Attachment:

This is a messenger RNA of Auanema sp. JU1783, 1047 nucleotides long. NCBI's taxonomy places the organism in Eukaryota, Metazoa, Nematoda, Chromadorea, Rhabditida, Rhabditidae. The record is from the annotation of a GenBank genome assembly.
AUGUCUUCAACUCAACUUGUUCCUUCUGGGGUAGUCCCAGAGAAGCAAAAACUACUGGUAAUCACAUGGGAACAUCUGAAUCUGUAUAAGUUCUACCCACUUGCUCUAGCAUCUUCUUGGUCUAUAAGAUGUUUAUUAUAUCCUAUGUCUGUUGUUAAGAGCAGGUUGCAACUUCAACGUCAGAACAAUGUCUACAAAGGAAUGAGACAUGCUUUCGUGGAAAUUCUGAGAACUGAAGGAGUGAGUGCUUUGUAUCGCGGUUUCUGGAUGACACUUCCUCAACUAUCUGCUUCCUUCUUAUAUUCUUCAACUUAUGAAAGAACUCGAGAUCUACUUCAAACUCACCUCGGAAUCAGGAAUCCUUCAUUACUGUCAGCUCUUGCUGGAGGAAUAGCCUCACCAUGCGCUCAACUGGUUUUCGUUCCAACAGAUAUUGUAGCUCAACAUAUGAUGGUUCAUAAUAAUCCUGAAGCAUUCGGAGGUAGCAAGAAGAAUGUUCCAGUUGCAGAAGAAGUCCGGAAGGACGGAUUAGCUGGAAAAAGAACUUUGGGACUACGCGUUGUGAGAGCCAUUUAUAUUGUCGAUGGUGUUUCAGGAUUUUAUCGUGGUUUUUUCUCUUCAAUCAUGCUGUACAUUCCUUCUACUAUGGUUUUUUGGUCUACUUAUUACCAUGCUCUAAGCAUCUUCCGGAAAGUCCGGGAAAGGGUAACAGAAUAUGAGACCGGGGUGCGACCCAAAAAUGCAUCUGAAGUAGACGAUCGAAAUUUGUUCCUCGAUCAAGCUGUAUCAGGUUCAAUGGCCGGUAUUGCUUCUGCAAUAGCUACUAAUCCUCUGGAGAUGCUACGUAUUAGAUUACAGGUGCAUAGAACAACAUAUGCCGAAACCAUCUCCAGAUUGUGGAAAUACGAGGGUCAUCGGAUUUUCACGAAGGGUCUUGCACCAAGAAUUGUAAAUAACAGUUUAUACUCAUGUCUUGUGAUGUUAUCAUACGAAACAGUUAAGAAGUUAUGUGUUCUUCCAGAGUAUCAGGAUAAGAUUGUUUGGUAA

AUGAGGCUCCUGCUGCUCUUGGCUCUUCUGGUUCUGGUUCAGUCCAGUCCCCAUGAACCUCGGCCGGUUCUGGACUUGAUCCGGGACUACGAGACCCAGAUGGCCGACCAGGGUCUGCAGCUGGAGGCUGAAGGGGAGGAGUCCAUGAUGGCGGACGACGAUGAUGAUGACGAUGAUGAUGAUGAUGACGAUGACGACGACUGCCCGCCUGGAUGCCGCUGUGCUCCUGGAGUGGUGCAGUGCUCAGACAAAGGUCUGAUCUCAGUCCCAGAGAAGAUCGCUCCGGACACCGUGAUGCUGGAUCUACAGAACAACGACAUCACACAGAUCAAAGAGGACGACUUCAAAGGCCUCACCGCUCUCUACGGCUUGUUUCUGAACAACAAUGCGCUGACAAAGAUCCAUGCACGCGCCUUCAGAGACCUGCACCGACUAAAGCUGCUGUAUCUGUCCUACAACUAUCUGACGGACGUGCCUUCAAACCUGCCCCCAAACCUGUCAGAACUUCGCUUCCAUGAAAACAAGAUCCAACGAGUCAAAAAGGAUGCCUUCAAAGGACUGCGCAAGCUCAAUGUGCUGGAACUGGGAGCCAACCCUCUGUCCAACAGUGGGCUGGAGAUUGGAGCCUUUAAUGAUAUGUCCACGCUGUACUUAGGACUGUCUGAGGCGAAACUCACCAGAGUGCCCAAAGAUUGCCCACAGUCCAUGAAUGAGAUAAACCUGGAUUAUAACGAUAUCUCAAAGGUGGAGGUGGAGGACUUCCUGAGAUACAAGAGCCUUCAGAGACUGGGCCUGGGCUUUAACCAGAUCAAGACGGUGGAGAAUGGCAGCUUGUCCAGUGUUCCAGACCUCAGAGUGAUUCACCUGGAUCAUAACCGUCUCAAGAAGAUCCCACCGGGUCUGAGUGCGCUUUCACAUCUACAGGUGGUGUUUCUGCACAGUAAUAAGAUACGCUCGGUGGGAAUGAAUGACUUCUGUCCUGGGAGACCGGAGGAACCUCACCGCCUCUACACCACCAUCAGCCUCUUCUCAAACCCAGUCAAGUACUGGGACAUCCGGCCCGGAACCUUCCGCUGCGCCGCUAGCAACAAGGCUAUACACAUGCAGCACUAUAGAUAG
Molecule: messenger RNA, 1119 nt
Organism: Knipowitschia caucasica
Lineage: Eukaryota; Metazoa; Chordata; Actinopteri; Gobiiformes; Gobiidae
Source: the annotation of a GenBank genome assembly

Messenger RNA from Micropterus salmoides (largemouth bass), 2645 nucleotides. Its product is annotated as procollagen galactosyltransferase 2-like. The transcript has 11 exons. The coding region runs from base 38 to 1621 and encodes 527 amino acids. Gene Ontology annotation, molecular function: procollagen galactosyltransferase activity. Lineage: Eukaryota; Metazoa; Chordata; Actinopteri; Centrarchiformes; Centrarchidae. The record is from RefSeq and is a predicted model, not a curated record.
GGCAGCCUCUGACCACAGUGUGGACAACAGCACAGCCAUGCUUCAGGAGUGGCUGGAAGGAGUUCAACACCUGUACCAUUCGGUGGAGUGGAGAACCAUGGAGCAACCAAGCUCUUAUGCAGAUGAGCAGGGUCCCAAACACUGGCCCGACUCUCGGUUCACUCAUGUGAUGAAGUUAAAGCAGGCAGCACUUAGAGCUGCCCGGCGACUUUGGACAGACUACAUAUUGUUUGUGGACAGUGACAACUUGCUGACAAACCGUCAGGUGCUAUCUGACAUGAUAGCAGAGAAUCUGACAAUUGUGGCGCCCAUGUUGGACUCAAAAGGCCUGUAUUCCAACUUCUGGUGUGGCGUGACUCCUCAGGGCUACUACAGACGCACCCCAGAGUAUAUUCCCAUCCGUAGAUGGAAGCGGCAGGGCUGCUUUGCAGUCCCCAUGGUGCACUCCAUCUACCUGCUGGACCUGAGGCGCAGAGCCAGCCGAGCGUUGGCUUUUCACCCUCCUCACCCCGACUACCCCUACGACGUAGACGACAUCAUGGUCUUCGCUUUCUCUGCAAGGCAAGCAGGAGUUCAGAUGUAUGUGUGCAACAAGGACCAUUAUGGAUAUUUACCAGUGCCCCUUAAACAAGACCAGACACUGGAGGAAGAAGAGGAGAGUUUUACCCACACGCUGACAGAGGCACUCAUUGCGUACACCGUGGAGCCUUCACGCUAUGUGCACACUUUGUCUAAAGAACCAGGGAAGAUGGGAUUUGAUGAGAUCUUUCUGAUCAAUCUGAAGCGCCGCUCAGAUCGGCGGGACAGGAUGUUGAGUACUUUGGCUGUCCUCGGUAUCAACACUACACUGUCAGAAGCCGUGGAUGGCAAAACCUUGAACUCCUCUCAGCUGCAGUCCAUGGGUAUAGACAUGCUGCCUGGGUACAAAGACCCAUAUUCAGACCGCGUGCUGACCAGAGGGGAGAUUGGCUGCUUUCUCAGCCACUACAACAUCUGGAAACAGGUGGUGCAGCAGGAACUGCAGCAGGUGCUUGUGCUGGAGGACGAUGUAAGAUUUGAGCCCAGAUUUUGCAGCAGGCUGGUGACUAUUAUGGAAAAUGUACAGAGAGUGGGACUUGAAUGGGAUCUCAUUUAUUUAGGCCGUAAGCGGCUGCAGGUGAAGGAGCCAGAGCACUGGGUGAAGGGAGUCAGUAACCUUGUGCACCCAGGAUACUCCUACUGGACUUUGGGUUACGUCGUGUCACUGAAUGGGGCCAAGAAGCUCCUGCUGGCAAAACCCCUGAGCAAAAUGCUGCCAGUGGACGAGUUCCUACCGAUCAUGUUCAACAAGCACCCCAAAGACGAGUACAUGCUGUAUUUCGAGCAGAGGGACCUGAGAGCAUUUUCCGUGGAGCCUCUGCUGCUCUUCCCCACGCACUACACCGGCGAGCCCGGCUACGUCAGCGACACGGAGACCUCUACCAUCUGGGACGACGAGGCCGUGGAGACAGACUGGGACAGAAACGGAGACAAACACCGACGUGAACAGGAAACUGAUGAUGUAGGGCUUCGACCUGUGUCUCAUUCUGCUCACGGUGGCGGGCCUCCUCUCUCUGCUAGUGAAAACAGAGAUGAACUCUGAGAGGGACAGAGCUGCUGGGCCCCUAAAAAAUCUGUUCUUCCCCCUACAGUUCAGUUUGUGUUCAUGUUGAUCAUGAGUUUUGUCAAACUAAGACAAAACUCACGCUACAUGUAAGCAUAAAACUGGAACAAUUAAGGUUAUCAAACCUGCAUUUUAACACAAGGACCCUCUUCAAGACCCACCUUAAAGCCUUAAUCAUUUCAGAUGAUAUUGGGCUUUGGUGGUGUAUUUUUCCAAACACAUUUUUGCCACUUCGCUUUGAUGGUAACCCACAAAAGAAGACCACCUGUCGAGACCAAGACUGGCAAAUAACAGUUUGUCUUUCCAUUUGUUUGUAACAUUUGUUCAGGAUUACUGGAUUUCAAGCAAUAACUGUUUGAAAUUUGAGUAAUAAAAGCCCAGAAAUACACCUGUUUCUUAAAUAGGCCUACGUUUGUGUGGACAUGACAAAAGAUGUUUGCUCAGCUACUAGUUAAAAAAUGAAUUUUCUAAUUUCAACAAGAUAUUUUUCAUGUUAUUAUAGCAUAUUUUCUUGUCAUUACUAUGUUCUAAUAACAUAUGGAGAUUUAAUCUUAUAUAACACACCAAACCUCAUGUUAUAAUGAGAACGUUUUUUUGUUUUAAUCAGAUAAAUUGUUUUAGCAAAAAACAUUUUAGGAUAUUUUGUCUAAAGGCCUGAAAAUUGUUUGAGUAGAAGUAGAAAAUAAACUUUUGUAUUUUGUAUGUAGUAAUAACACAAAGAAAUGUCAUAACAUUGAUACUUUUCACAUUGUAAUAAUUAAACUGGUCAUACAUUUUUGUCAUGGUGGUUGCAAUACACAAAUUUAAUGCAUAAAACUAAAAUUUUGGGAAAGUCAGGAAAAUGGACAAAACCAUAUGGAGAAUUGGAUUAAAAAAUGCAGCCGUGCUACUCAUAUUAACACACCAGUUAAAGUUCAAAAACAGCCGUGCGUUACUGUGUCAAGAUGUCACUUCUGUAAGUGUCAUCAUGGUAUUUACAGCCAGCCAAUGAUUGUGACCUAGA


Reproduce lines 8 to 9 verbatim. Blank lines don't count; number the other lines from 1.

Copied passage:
Messenger RNA from Micropterus salmoides (largemouth bass), 2645 nucleotides. Its product is annotated as procollagen galactosyltransferase 2-like. The transcript has 11 exons. The coding region runs from base 38 to 1621 and encodes 527 amino acids. Gene Ontology annotation, molecular function: procollagen galactosyltransferase activity. Lineage: Eukaryota; Metazoa; Chordata; Actinopteri; Centrarchiformes; Centrarchidae. The record is from RefSeq and is a predicted model, not a curated record.
GGCAGCCUCUGACCACAGUGUGGACAACAGCACAGCCAUGCUUCAGGAGUGGCUGGAAGGAGUUCAACACCUGUACCAUUCGGUGGAGUGGAGAACCAUGGAGCAACCAAGCUCUUAUGCAGAUGAGCAGGGUCCCAAACACUGGCCCGACUCUCGGUUCACUCAUGUGAUGAAGUUAAAGCAGGCAGCACUUAGAGCUGCCCGGCGACUUUGGACAGACUACAUAUUGUUUGUGGACAGUGACAACUUGCUGACAAACCGUCAGGUGCUAUCUGACAUGAUAGCAGAGAAUCUGACAAUUGUGGCGCCCAUGUUGGACUCAAAAGGCCUGUAUUCCAACUUCUGGUGUGGCGUGACUCCUCAGGGCUACUACAGACGCACCCCAGAGUAUAUUCCCAUCCGUAGAUGGAAGCGGCAGGGCUGCUUUGCAGUCCCCAUGGUGCACUCCAUCUACCUGCUGGACCUGAGGCGCAGAGCCAGCCGAGCGUUGGCUUUUCACCCUCCUCACCCCGACUACCCCUACGACGUAGACGACAUCAUGGUCUUCGCUUUCUCUGCAAGGCAAGCAGGAGUUCAGAUGUAUGUGUGCAACAAGGACCAUUAUGGAUAUUUACCAGUGCCCCUUAAACAAGACCAGACACUGGAGGAAGAAGAGGAGAGUUUUACCCACACGCUGACAGAGGCACUCAUUGCGUACACCGUGGAGCCUUCACGCUAUGUGCACACUUUGUCUAAAGAACCAGGGAAGAUGGGAUUUGAUGAGAUCUUUCUGAUCAAUCUGAAGCGCCGCUCAGAUCGGCGGGACAGGAUGUUGAGUACUUUGGCUGUCCUCGGUAUCAACACUACACUGUCAGAAGCCGUGGAUGGCAAAACCUUGAACUCCUCUCAGCUGCAGUCCAUGGGUAUAGACAUGCUGCCUGGGUACAAAGACCCAUAUUCAGACCGCGUGCUGACCAGAGGGGAGAUUGGCUGCUUUCUCAGCCACUACAACAUCUGGAAACAGGUGGUGCAGCAGGAACUGCAGCAGGUGCUUGUGCUGGAGGACGAUGUAAGAUUUGAGCCCAGAUUUUGCAGCAGGCUGGUGACUAUUAUGGAAAAUGUACAGAGAGUGGGACUUGAAUGGGAUCUCAUUUAUUUAGGCCGUAAGCGGCUGCAGGUGAAGGAGCCAGAGCACUGGGUGAAGGGAGUCAGUAACCUUGUGCACCCAGGAUACUCCUACUGGACUUUGGGUUACGUCGUGUCACUGAAUGGGGCCAAGAAGCUCCUGCUGGCAAAACCCCUGAGCAAAAUGCUGCCAGUGGACGAGUUCCUACCGAUCAUGUUCAACAAGCACCCCAAAGACGAGUACAUGCUGUAUUUCGAGCAGAGGGACCUGAGAGCAUUUUCCGUGGAGCCUCUGCUGCUCUUCCCCACGCACUACACCGGCGAGCCCGGCUACGUCAGCGACACGGAGACCUCUACCAUCUGGGACGACGAGGCCGUGGAGACAGACUGGGACAGAAACGGAGACAAACACCGACGUGAACAGGAAACUGAUGAUGUAGGGCUUCGACCUGUGUCUCAUUCUGCUCACGGUGGCGGGCCUCCUCUCUCUGCUAGUGAAAACAGAGAUGAACUCUGAGAGGGACAGAGCUGCUGGGCCCCUAAAAAAUCUGUUCUUCCCCCUACAGUUCAGUUUGUGUUCAUGUUGAUCAUGAGUUUUGUCAAACUAAGACAAAACUCACGCUACAUGUAAGCAUAAAACUGGAACAAUUAAGGUUAUCAAACCUGCAUUUUAACACAAGGACCCUCUUCAAGACCCACCUUAAAGCCUUAAUCAUUUCAGAUGAUAUUGGGCUUUGGUGGUGUAUUUUUCCAAACACAUUUUUGCCACUUCGCUUUGAUGGUAACCCACAAAAGAAGACCACCUGUCGAGACCAAGACUGGCAAAUAACAGUUUGUCUUUCCAUUUGUUUGUAACAUUUGUUCAGGAUUACUGGAUUUCAAGCAAUAACUGUUUGAAAUUUGAGUAAUAAAAGCCCAGAAAUACACCUGUUUCUUAAAUAGGCCUACGUUUGUGUGGACAUGACAAAAGAUGUUUGCUCAGCUACUAGUUAAAAAAUGAAUUUUCUAAUUUCAACAAGAUAUUUUUCAUGUUAUUAUAGCAUAUUUUCUUGUCAUUACUAUGUUCUAAUAACAUAUGGAGAUUUAAUCUUAUAUAACACACCAAACCUCAUGUUAUAAUGAGAACGUUUUUUUGUUUUAAUCAGAUAAAUUGUUUUAGCAAAAAACAUUUUAGGAUAUUUUGUCUAAAGGCCUGAAAAUUGUUUGAGUAGAAGUAGAAAAUAAACUUUUGUAUUUUGUAUGUAGUAAUAACACAAAGAAAUGUCAUAACAUUGAUACUUUUCACAUUGUAAUAAUUAAACUGGUCAUACAUUUUUGUCAUGGUGGUUGCAAUACACAAAUUUAAUGCAUAAAACUAAAAUUUUGGGAAAGUCAGGAAAAUGGACAAAACCAUAUGGAGAAUUGGAUUAAAAAAUGCAGCCGUGCUACUCAUAUUAACACACCAGUUAAAGUUCAAAAACAGCCGUGCGUUACUGUGUCAAGAUGUCACUUCUGUAAGUGUCAUCAUGGUAUUUACAGCCAGCCAAUGAUUGUGACCUAGA